Weekly Wrap-Up: WA or CO Better for Cannabis Entrepreneurs? + Another State Leans Toward MMJ

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First Colorado, then Washington.

The two states that legalized marijuana for recreational use in November are both moving forward quickly on the regulatory side, with Colorado approving final rules on the industry earlier this month and Washington State releasing proposed regulations on the cannabis business last week.

It’s a gargantuan task given the tight deadlines – retail marijuana stores are slated to open in both states by early next year – and the fact that this hasn’t been done before. The states are approaching the issue in much the same way (heavy regulations and strict oversight), though there are some key differences as well that will have real-world business implications.

So which one will be better for cannabis entrepreneurs?

Some might find it easier to get involved in Washington’s marijuana industry, at least at the outset. Should the proposed rules stick, individuals who want to open a retail marijuana shop, grow site or infused-products company in Washington must live in the state for three months before applying for a license – a much shorter period than the two-year requirement in Colorado. Additionally, Colorado will only allow existing medical marijuana dispensary owners to apply for retail cannabis store licenses until the fall of 2014, while Washington State’s proposed rules don’t have the same stipulation.

So if you don’t live in either state right now – or you live in Colorado but don’t run a dispensary – Washington could very well give you the best shot at getting in on the ground floor of the recreational cannabis industry.

Washington might win out in another area as well: Costs. In Colorado, application fees for marijuana business licenses will run $500 for those who currently run a licensed medical marijuana business and $5,000 for those who don’t. In Washington, it would cost just $250 to apply for a license – regardless of whether one runs a dispensary or related medical marijuana operation – to start a retail shop, infused products company or grow operation under the proposed rules.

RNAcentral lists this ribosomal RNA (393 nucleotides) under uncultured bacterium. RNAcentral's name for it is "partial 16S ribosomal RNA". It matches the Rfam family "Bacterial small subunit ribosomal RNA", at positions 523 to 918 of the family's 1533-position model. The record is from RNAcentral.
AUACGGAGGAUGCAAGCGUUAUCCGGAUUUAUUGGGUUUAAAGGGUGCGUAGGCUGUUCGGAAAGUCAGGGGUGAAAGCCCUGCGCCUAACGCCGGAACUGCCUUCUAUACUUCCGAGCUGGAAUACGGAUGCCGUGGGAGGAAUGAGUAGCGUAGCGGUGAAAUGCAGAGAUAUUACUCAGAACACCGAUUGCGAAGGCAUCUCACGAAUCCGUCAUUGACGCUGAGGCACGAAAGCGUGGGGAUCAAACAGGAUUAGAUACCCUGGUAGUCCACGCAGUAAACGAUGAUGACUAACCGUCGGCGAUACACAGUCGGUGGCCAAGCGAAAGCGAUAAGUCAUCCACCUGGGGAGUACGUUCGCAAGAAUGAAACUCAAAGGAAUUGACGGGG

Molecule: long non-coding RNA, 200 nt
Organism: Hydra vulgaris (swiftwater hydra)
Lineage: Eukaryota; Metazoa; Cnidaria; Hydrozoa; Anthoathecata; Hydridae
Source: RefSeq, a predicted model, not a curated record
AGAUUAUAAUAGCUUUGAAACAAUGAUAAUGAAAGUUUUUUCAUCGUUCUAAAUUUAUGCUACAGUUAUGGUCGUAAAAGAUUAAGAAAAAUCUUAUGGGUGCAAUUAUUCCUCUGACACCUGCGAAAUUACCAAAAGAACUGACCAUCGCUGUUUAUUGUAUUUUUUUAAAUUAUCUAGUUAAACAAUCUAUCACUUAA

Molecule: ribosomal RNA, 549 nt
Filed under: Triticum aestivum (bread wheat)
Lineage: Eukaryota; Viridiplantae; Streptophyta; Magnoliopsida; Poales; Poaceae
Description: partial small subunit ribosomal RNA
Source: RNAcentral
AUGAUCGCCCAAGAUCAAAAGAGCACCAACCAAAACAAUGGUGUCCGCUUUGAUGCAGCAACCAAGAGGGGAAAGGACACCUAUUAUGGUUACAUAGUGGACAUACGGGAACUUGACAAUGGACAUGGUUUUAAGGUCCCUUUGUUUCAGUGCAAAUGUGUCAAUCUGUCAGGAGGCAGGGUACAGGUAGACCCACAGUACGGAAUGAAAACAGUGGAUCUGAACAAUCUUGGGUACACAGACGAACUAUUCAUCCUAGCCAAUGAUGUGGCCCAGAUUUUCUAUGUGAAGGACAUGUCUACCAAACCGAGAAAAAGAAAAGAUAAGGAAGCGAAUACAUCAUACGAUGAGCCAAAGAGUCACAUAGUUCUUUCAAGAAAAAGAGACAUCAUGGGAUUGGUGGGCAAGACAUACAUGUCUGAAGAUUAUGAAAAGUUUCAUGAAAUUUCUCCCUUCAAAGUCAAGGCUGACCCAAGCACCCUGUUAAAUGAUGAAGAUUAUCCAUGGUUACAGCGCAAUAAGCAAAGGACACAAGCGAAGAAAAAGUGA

Dispensary owners in Colorado, however, will likely have a much better go of it than their counterparts in Washington. For one, they will have a big head start on the competition, given that only individuals with MMJ business licenses – or those that are in the process of obtaining one – can apply for recreational licenses at first. They also are already intimately familiar with many of the rules and restrictions present in Colorado’s recreational marijuana regulations, as they currently operate under a very strict regulatory framework.

In the long-term, it remains to be seen which state has created a better cannabis business climate. Each state’s regulations have benefits and drawbacks in this regard. Washington’s proposed rules would put  a cap on the number of retail stores in each county, for example, which will limit competition but will also limit opportunities. What’s clear is that each state has set relatively high barriers to entry, meaning we won’t see nearly as many of the types of fly-by-night businesses common in the medical marijuana industry in some areas of the country.

Also last week, Illinois took a major step toward becoming the 20th state to adopt medical marijuana laws. A bill to legalize the cultivation, sale and use of marijuana for medical reasons has cleared the legislature and will now go to the governor’s desk. If the measure gets the final green light, it will be a huge day for the medical marijuana industry given the business possibilities. Illinois would quickly usurp Massachusetts as the hottest medical cannabis market, as the bill calls for up to 60 dispensaries statewide and nearly two dozen cultivation sites.

Getting Illinois on board with MMJ is extremely important for the medical cannabis movement, as it would further the cause immensely given the state’s size and further erode the government’s arguments against the industry.

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